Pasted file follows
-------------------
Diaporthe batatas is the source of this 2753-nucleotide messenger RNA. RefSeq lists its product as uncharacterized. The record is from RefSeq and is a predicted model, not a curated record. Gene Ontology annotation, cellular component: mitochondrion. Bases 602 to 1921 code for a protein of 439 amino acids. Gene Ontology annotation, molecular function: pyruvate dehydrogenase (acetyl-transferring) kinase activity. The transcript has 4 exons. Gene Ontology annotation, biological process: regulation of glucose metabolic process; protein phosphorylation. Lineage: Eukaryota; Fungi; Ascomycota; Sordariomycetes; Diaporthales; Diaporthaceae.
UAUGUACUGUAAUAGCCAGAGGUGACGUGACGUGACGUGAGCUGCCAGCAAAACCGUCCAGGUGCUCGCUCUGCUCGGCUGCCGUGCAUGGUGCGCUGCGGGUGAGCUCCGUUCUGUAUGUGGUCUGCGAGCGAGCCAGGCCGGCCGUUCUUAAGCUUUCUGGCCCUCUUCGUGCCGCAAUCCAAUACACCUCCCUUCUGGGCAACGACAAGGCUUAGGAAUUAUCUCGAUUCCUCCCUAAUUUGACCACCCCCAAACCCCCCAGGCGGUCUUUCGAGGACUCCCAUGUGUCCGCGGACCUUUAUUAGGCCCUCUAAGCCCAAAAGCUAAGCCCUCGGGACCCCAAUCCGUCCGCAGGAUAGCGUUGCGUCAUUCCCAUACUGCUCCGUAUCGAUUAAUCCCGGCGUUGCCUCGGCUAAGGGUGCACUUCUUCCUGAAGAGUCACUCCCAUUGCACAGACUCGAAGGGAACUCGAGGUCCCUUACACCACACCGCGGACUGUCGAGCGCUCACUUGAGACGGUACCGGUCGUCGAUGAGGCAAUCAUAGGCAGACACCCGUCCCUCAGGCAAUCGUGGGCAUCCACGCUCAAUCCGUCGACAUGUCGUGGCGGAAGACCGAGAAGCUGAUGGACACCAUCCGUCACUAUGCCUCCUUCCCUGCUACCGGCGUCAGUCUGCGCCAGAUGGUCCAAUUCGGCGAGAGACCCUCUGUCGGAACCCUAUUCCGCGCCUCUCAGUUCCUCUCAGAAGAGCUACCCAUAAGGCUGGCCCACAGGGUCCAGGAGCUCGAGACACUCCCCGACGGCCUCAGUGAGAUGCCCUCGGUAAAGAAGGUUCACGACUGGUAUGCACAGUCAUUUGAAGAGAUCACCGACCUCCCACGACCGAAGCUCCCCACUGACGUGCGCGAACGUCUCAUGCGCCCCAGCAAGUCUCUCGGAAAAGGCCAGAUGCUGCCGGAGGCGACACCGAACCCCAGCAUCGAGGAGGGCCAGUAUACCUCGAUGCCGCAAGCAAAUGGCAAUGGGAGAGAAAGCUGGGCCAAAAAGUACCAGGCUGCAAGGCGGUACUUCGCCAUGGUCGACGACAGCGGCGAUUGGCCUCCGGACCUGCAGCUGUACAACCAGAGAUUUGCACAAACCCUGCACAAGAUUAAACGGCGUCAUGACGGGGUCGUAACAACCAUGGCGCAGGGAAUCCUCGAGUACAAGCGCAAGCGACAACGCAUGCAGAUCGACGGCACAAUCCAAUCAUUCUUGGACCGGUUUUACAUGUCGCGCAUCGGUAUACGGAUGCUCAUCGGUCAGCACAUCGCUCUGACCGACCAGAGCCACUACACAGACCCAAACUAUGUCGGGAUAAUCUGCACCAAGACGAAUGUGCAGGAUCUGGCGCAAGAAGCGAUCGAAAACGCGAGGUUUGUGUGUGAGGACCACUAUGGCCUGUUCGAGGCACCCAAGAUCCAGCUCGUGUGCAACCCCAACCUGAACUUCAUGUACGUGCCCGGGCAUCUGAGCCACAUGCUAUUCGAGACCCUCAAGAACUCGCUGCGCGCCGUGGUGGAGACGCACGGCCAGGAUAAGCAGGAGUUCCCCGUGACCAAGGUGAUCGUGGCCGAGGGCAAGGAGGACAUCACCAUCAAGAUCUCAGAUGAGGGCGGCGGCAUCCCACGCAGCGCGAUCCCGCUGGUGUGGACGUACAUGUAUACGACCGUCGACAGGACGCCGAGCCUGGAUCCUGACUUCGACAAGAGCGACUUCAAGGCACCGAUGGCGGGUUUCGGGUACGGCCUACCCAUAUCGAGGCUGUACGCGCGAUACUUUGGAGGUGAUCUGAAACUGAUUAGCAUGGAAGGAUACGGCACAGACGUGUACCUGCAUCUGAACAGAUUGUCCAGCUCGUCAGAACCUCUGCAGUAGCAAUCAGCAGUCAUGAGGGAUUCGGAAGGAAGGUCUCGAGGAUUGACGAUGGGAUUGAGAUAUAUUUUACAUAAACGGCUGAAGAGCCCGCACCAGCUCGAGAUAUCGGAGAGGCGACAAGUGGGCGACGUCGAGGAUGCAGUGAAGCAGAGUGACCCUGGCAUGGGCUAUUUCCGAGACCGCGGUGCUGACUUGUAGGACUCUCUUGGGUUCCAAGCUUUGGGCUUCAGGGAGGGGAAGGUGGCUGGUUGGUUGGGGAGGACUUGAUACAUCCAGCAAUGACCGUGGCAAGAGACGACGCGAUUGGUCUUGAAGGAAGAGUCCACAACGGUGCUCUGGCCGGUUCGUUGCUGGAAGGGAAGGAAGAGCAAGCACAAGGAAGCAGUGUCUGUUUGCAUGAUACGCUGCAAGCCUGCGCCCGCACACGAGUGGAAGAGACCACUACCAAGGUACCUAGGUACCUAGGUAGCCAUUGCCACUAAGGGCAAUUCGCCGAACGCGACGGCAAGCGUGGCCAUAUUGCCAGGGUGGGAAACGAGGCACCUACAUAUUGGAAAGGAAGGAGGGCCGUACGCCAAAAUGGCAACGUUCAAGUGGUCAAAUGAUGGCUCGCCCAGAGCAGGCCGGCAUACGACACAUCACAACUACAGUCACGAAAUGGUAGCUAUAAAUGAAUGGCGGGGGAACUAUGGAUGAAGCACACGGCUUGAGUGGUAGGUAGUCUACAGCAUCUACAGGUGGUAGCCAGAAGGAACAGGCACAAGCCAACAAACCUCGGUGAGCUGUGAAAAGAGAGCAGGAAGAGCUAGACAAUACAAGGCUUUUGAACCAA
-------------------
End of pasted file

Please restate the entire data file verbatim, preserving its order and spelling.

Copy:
Diaporthe batatas is the source of this 2753-nucleotide messenger RNA. RefSeq lists its product as uncharacterized. The record is from RefSeq and is a predicted model, not a curated record. Gene Ontology annotation, cellular component: mitochondrion. Bases 602 to 1921 code for a protein of 439 amino acids. Gene Ontology annotation, molecular function: pyruvate dehydrogenase (acetyl-transferring) kinase activity. The transcript has 4 exons. Gene Ontology annotation, biological process: regulation of glucose metabolic process; protein phosphorylation. Lineage: Eukaryota; Fungi; Ascomycota; Sordariomycetes; Diaporthales; Diaporthaceae.
UAUGUACUGUAAUAGCCAGAGGUGACGUGACGUGACGUGAGCUGCCAGCAAAACCGUCCAGGUGCUCGCUCUGCUCGGCUGCCGUGCAUGGUGCGCUGCGGGUGAGCUCCGUUCUGUAUGUGGUCUGCGAGCGAGCCAGGCCGGCCGUUCUUAAGCUUUCUGGCCCUCUUCGUGCCGCAAUCCAAUACACCUCCCUUCUGGGCAACGACAAGGCUUAGGAAUUAUCUCGAUUCCUCCCUAAUUUGACCACCCCCAAACCCCCCAGGCGGUCUUUCGAGGACUCCCAUGUGUCCGCGGACCUUUAUUAGGCCCUCUAAGCCCAAAAGCUAAGCCCUCGGGACCCCAAUCCGUCCGCAGGAUAGCGUUGCGUCAUUCCCAUACUGCUCCGUAUCGAUUAAUCCCGGCGUUGCCUCGGCUAAGGGUGCACUUCUUCCUGAAGAGUCACUCCCAUUGCACAGACUCGAAGGGAACUCGAGGUCCCUUACACCACACCGCGGACUGUCGAGCGCUCACUUGAGACGGUACCGGUCGUCGAUGAGGCAAUCAUAGGCAGACACCCGUCCCUCAGGCAAUCGUGGGCAUCCACGCUCAAUCCGUCGACAUGUCGUGGCGGAAGACCGAGAAGCUGAUGGACACCAUCCGUCACUAUGCCUCCUUCCCUGCUACCGGCGUCAGUCUGCGCCAGAUGGUCCAAUUCGGCGAGAGACCCUCUGUCGGAACCCUAUUCCGCGCCUCUCAGUUCCUCUCAGAAGAGCUACCCAUAAGGCUGGCCCACAGGGUCCAGGAGCUCGAGACACUCCCCGACGGCCUCAGUGAGAUGCCCUCGGUAAAGAAGGUUCACGACUGGUAUGCACAGUCAUUUGAAGAGAUCACCGACCUCCCACGACCGAAGCUCCCCACUGACGUGCGCGAACGUCUCAUGCGCCCCAGCAAGUCUCUCGGAAAAGGCCAGAUGCUGCCGGAGGCGACACCGAACCCCAGCAUCGAGGAGGGCCAGUAUACCUCGAUGCCGCAAGCAAAUGGCAAUGGGAGAGAAAGCUGGGCCAAAAAGUACCAGGCUGCAAGGCGGUACUUCGCCAUGGUCGACGACAGCGGCGAUUGGCCUCCGGACCUGCAGCUGUACAACCAGAGAUUUGCACAAACCCUGCACAAGAUUAAACGGCGUCAUGACGGGGUCGUAACAACCAUGGCGCAGGGAAUCCUCGAGUACAAGCGCAAGCGACAACGCAUGCAGAUCGACGGCACAAUCCAAUCAUUCUUGGACCGGUUUUACAUGUCGCGCAUCGGUAUACGGAUGCUCAUCGGUCAGCACAUCGCUCUGACCGACCAGAGCCACUACACAGACCCAAACUAUGUCGGGAUAAUCUGCACCAAGACGAAUGUGCAGGAUCUGGCGCAAGAAGCGAUCGAAAACGCGAGGUUUGUGUGUGAGGACCACUAUGGCCUGUUCGAGGCACCCAAGAUCCAGCUCGUGUGCAACCCCAACCUGAACUUCAUGUACGUGCCCGGGCAUCUGAGCCACAUGCUAUUCGAGACCCUCAAGAACUCGCUGCGCGCCGUGGUGGAGACGCACGGCCAGGAUAAGCAGGAGUUCCCCGUGACCAAGGUGAUCGUGGCCGAGGGCAAGGAGGACAUCACCAUCAAGAUCUCAGAUGAGGGCGGCGGCAUCCCACGCAGCGCGAUCCCGCUGGUGUGGACGUACAUGUAUACGACCGUCGACAGGACGCCGAGCCUGGAUCCUGACUUCGACAAGAGCGACUUCAAGGCACCGAUGGCGGGUUUCGGGUACGGCCUACCCAUAUCGAGGCUGUACGCGCGAUACUUUGGAGGUGAUCUGAAACUGAUUAGCAUGGAAGGAUACGGCACAGACGUGUACCUGCAUCUGAACAGAUUGUCCAGCUCGUCAGAACCUCUGCAGUAGCAAUCAGCAGUCAUGAGGGAUUCGGAAGGAAGGUCUCGAGGAUUGACGAUGGGAUUGAGAUAUAUUUUACAUAAACGGCUGAAGAGCCCGCACCAGCUCGAGAUAUCGGAGAGGCGACAAGUGGGCGACGUCGAGGAUGCAGUGAAGCAGAGUGACCCUGGCAUGGGCUAUUUCCGAGACCGCGGUGCUGACUUGUAGGACUCUCUUGGGUUCCAAGCUUUGGGCUUCAGGGAGGGGAAGGUGGCUGGUUGGUUGGGGAGGACUUGAUACAUCCAGCAAUGACCGUGGCAAGAGACGACGCGAUUGGUCUUGAAGGAAGAGUCCACAACGGUGCUCUGGCCGGUUCGUUGCUGGAAGGGAAGGAAGAGCAAGCACAAGGAAGCAGUGUCUGUUUGCAUGAUACGCUGCAAGCCUGCGCCCGCACACGAGUGGAAGAGACCACUACCAAGGUACCUAGGUACCUAGGUAGCCAUUGCCACUAAGGGCAAUUCGCCGAACGCGACGGCAAGCGUGGCCAUAUUGCCAGGGUGGGAAACGAGGCACCUACAUAUUGGAAAGGAAGGAGGGCCGUACGCCAAAAUGGCAACGUUCAAGUGGUCAAAUGAUGGCUCGCCCAGAGCAGGCCGGCAUACGACACAUCACAACUACAGUCACGAAAUGGUAGCUAUAAAUGAAUGGCGGGGGAACUAUGGAUGAAGCACACGGCUUGAGUGGUAGGUAGUCUACAGCAUCUACAGGUGGUAGCCAGAAGGAACAGGCACAAGCCAACAAACCUCGGUGAGCUGUGAAAAGAGAGCAGGAAGAGCUAGACAAUACAAGGCUUUUGAACCAA